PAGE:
The 1937 edition of the Green Book listed six venues in Dover, mostly around Kirkwood, Division, Forrest and Lincoln streets, which at the time were outside the city limits. The listings varied throughout the years; by 1963, only two of the six Dover addresses remained.
These, Dean’s on Forrest Street, and Mosely’s on Division Street, were listed as hotels, but most probably were private homes that took in black travelers.
Some preliminary research indicates Dean’s may have been operated by Jennie Dean, who died in 1967, and Mosely’s may have been owned by Wingate Mosely, who died in January 1954.
Another well-known spot was Weston’s Tea Pot on what now are the grounds of the Booker T. Washington school. It later was moved to its current location on Weston Drive.
Listed in several editions of the Green Book, the Tea Pot was owned by James D. and Ruth Weston.
“She ran a restaurant and a rooming house,” recalled longtime Dover resident Ann Thompson. Black residents in Dover who would be turned away from other restaurants often frequented the Tea Pot when they’d go out for lunch or dinner.
The Westons also put up black children from Harrington attending ninth- and 10th-grades at Booker T. Washington because there was no equivalent school there, Thompson said.
The 1940 census records the couple living there with their daughter, Mildred, and four teenage or younger boarders.
The Westons were members of her church recalled Cherritta Matthews, who lived on Forrest Street.
“I knew them as a little girl,” she said. “They were quiet, respected people in the community.”
The Tea Pot had a large picture window, still evident on the building, on which the business’ name was painted, Matthews said.
A Dover airman and the Green Book
Retired Air Force Technical Sgt. Richard L. Mitchell, who was stationed at Dover Air Force Base early in his career, used the Green Book while traveling in the early 1960s.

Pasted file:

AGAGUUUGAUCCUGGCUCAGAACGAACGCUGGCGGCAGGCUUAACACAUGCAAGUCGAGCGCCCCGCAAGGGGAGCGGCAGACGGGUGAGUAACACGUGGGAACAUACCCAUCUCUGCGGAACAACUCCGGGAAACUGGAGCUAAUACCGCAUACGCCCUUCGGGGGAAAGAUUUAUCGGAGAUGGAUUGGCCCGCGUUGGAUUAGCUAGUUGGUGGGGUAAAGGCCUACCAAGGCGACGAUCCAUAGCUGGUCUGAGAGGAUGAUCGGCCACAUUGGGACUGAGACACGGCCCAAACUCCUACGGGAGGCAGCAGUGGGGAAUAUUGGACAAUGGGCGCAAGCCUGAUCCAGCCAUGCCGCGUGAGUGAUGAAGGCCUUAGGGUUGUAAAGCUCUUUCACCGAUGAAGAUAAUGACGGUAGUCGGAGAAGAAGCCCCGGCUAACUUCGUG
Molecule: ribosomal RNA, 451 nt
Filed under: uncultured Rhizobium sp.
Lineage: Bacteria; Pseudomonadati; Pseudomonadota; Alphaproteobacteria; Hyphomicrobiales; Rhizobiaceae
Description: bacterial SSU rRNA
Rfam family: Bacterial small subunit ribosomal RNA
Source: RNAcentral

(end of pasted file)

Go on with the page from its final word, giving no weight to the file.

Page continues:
“I bought a copy after seeing it advertised in a Ebony magazine,” he said. “I had returned from Turkey and bought a 1960 Dodge Dart. My first wife was from the Harrisburg area, and we traveled from there to Texas and then to Washington state.
“The Green Book gave us a way to learn where we could stay.”
Although he and many other black travelers knew about some of the places they would be welcome, it was sometimes a hit-or-miss affair, particularly in the days before the Interstate Highway System.
“I knew about some of the places, you’d see a sign that said ‘motel for colored,’ or something on that order you knew you’d be accepted at those places.”
But while driving he had to stay on schedule, Richardson said.
“It was always a piece of timing to make sure you would get to a place that would accommodate you at the end of the driving day,” he said.
And sometimes he couldn’t find that “motel for colored,” Richardson said.
“We drove many long hours through the night of not being able to find a place to stay,” he said.
The Green Book helped solve that problem, Richardson said.
“It made it very much easier. There were places listed in the book where I knew we could stop,” he said.
Richardson later gave his Green Book to his brother when that family decided to travel across the country. In his later travels, he often stayed at Travellodge franchises, which accepted black travelers, but always made reservations for the next stop.
He experienced other forms of discrimination, such as when he and a white airmen -- both in their Air Force uniforms -- stopped for coffee and the staff refused to serve him.
“It is heartbreaking and it is disturbing,” he admitted.
But he’s not bitter.
“No, I’m not. But I just think it’s a shame at society was such that I had to experience that.”
Hall said his research challenged some of his previous thinking about what black travelers had to deal with in the days of legalized segregation.
“I was surprised at just how hard it was to travel,” he said. “I thought they could just travel and not be bothered, and I didn’t realize they couldn’t go into stores and couldn’t use the restroom anywhere they needed.
“I’ve traveled a lot, and I feel I just take it for granted,” Hall said.